The resin-impregnated mats 16 and 14 provide the structural strength of the closed edge panel. The core shear strength of the panel is thus enhanced by the layered and wrap-around closed edge fabrication and a uniform load capacity of up to 40 pounds is achieved. An optimum ratio of a weight of the resin component to the fiberglass component of the mats is around 2.66 parts weight of resin to around 1 part weight of fiberglass. An optimum ratio of the weight of the mats to the foam core of the fabricated panel is around 8.5 parts weight of mat to around 1 part weight of foam core. When the gel coating is applied to one surface side of the panel, the optimum weight by percentage of components of the panel is 78% mat, 10% foam core and 12% gel coat.
A preferred embodiment for preparing the closed edge panels is set forth as follows. The fiberglass used for the mat is Certainteed 1.5 oz. M127, and the resin is a class I fire retardant resin such as McWhorter 752-4423, Reichold 7767 or Reichold 7704 with 3% antimony trioxide. The foam is polyisocyanurate, such as Elfoam® 1/2 inch T-200 manufactured by Elliot Company. DENS-DECK® OVERLAYMENT/UNDERLAYMENT board, manufactured by Georgia-Pacific Corporation, is also typically used. The gel coat used is a Neste white fire retardant WG-7X1840. The catalyst or hardener used is Cadox M-50 which is a MEKP catalyst. The resin and gel coat both use between 1.5% to 2.5% of catalyst depending on temperature and humidity. 10% to 1% of a promoter, such as Cobalt or Dimethylaniline, or both, are used in the resin and gel coat. These components are well known by those having skill in the art.
The molds for creating the panels are first prepped and heated to about 90° F. A finished panel product having dimensions of around 4 feet×4 feet is desirable and the most cost effective for the process. A gel coat of about 15 to 20 mils. is applied to the mold using a standard pressure-fed spray gun and is allowed 5 to 7 minutes to cure. After the gel coat is cured, it is wetted down with resin. A layer of 1.5 oz. mat is placed on the resin-wetted gel coat, and is also then wetted with resin. Air rollers are next used to roll out all the air from under the mat prior to placing down the foam substrate. A 47 inch bed of foam is cut to have edges with a 45° angle to facilitate the application of the next layer of mat. The foam is laid down on the base mat such that a 3/8 inch border along the perimeter of the base mat remains uncovered. This border provides a foundation upon which the edge of the cover mat bonds. Pressure is applied to the foam substrate using rollers to allow bonding to the base mat. The foam is then wet with resin prior to receiving the cover layer of the 1.5 oz. mat. This second mat layer must be applied before the first mat layer cures to that bonding between the layers can occur. After the cover mat is laid down, it is again wet with resin and rolled out to remove any air pockets, and then allowed to cure. Any excess of the base or cover mats beyond the border lip is trimmed down using a razor to the proper dimension of the end product panel. This must be done while curing takes place and before the resin becomes too hard, usually within 5 minutes. After a curing time of about 30 minutes, the panel is pulled from the mold and allowed to cool.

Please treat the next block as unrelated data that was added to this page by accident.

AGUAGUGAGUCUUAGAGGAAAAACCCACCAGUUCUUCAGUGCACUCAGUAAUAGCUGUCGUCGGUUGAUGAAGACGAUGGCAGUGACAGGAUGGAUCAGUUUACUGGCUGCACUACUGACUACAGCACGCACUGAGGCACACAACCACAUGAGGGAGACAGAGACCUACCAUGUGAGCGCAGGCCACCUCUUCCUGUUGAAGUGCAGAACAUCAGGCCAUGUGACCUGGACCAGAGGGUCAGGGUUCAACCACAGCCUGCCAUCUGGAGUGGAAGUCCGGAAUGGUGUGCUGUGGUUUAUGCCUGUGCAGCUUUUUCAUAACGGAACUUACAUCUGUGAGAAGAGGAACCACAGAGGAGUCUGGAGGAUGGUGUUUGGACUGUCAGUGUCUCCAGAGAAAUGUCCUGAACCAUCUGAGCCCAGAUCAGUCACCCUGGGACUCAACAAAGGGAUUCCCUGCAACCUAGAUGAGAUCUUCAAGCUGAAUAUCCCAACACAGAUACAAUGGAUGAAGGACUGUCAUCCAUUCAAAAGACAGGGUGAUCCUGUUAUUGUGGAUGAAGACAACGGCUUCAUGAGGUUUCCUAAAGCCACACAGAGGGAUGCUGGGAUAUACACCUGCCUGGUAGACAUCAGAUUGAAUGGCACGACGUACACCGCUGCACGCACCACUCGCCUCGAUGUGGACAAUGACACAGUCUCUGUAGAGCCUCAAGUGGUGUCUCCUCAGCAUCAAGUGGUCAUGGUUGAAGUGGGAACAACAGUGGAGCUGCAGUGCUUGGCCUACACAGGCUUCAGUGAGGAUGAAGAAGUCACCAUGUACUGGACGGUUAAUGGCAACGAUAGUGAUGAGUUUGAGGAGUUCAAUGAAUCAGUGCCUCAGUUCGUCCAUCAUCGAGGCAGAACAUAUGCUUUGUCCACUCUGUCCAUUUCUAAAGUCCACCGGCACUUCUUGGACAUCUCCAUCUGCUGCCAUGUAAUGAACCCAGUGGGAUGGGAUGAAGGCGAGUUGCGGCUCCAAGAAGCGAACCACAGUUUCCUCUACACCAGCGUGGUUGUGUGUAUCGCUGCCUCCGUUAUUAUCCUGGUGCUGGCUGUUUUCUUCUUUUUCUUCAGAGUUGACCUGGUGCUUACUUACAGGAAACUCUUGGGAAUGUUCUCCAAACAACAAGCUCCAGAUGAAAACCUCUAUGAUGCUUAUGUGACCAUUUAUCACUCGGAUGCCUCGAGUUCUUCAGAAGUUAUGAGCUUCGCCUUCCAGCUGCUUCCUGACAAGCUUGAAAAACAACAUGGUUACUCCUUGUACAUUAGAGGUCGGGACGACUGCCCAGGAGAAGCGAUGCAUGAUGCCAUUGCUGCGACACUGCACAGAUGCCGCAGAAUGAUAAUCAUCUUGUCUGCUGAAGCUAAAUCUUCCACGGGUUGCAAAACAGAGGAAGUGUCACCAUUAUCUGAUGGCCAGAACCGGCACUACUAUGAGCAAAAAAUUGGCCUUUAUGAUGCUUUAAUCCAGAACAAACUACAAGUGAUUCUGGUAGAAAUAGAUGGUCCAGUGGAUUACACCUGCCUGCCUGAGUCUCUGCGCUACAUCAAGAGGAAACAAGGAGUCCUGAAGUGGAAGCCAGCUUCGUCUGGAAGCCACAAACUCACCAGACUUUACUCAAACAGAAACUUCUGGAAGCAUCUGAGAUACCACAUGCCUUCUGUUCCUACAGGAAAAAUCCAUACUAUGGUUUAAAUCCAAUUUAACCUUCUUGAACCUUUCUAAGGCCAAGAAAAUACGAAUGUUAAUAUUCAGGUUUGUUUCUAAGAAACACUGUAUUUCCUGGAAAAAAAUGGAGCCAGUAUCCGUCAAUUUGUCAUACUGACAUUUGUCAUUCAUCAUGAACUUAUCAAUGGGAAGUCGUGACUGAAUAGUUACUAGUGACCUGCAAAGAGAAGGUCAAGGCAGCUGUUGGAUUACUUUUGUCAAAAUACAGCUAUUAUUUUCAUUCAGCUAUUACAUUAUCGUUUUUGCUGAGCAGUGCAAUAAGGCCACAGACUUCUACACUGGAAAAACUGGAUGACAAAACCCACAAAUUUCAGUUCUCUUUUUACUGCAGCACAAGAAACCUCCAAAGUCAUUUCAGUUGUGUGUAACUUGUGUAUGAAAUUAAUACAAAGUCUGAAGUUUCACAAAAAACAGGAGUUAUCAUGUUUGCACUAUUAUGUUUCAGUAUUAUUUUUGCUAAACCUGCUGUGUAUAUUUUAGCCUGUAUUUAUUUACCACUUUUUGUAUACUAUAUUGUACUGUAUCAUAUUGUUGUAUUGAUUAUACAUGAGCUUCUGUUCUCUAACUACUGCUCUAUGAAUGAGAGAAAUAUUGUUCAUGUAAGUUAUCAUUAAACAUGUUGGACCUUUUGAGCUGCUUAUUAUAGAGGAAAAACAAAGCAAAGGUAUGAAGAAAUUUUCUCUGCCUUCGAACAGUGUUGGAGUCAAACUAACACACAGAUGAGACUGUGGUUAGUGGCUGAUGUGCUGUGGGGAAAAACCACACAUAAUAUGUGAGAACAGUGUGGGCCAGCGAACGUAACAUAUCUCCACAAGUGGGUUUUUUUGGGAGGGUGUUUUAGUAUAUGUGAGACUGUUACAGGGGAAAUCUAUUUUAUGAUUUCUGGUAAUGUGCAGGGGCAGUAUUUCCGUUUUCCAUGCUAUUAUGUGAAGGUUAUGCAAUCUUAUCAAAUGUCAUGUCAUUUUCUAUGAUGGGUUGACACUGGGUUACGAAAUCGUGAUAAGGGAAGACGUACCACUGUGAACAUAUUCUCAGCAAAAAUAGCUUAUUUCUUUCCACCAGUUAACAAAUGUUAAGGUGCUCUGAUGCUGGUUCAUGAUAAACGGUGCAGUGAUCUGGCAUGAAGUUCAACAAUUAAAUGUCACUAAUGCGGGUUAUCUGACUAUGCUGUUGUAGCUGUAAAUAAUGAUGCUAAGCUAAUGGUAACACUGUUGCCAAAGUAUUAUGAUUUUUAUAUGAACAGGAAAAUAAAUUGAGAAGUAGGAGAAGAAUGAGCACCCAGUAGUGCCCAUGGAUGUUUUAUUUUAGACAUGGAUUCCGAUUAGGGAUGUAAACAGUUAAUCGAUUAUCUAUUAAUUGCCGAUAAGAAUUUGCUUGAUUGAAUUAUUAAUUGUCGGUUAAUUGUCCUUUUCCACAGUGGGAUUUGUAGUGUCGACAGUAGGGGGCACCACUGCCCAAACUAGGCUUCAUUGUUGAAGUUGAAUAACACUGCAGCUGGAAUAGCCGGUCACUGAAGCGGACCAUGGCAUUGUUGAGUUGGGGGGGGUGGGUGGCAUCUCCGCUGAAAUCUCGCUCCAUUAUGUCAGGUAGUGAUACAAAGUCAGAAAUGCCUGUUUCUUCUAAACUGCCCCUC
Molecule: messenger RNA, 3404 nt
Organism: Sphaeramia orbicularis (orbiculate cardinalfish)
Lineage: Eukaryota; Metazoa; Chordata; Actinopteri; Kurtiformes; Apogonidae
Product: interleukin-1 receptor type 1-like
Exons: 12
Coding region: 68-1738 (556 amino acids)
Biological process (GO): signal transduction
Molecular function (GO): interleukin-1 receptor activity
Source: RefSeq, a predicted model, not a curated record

The total weight of the closed edge panel is between 14 to 20 pounds. In a 14 pound finished product panel, the weight distributed is as follows: gel coat 1.75 lbs., resin 8.0 lbs., foam 1.3 lbs., and fiberglass 3.0 lbs. A core shear strength of kPa (lbs./in.)=193(28) is achieved, allowing an increased load capacity of up to 40 pounds uniform load. Another advantage of the relatively heavy weight of the panel is that it is less likely to be dislodged during spray-down cleaning operations, unlike standard panels which are relatively light in weight. The beveled, closed edge panel with perimeter lip is extremely well suited for use with a T-grid system 30 for a suspended ceiling as shown in FIG. 3, which comprises a framework of runners 32. Each runner has a web portion 34 and shelf support 36. Wire ties 38 are used to suspend runner 32 from a support. The knot 40 created by the tie 38 presents an obstruction on either side of web portion 34. This obstruction prevents a blunt edge panel 42 (shown in dashed lines) from butting up flush with the runner 32. Because of the limited width of shelf support 36, this often creates a seating problem for the blunt edge panel. The beveled edge panel 10 of the present invention, however, provides clearance for the knot 40. Further, lip 24 ensures that panel 10 can butt up flush against web portion 34 and that the panel edge will fully rest on support shelf 36. It is to be understood that, due to the angle of the tile's beveled edge, sufficient clearance of the tile from the knot 40 can be accomplished without a perimeter lip 24, if desired.
Various changes and modifications may be made within this invention as will be apparent to those skilled in the art. Such changes and modifications are within the scope and teaching of this invention as defined in the claims appended hereto.
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|U.S. Classification||428/71, 52/309.9, 428/76|
|International Classification||E04B9/04, B32B5/28|
|Cooperative Classification||B32B5/28, Y10T428/233, E04B9/045, Y10T428/239, E04B9/0471|
|European Classification||E04B9/04G, E04B9/04K, B32B5/28|
|Jun 22, 1999||AS||Assignment|
Owner name: ARCOPLAST, INC., MISSOURI
Free format text: ASSIGNMENT OF ASSIGNORS INTEREST;ASSIGNOR:BEAUREGARD, GHISLAIN;REEL/FRAME:010063/0341
Effective date: 19990621
|Sep 10, 2002||CC||Certificate of correction|
|Nov 25, 2003||FPAY||Fee payment|
Year of fee payment: 4
|Dec 10, 2007||REMI||Maintenance fee reminder mailed|
|May 30, 2008||LAPS||Lapse for failure to pay maintenance fees|
|Jul 22, 2008||FP||Expired due to failure to pay maintenance fee|
Effective date: 20080530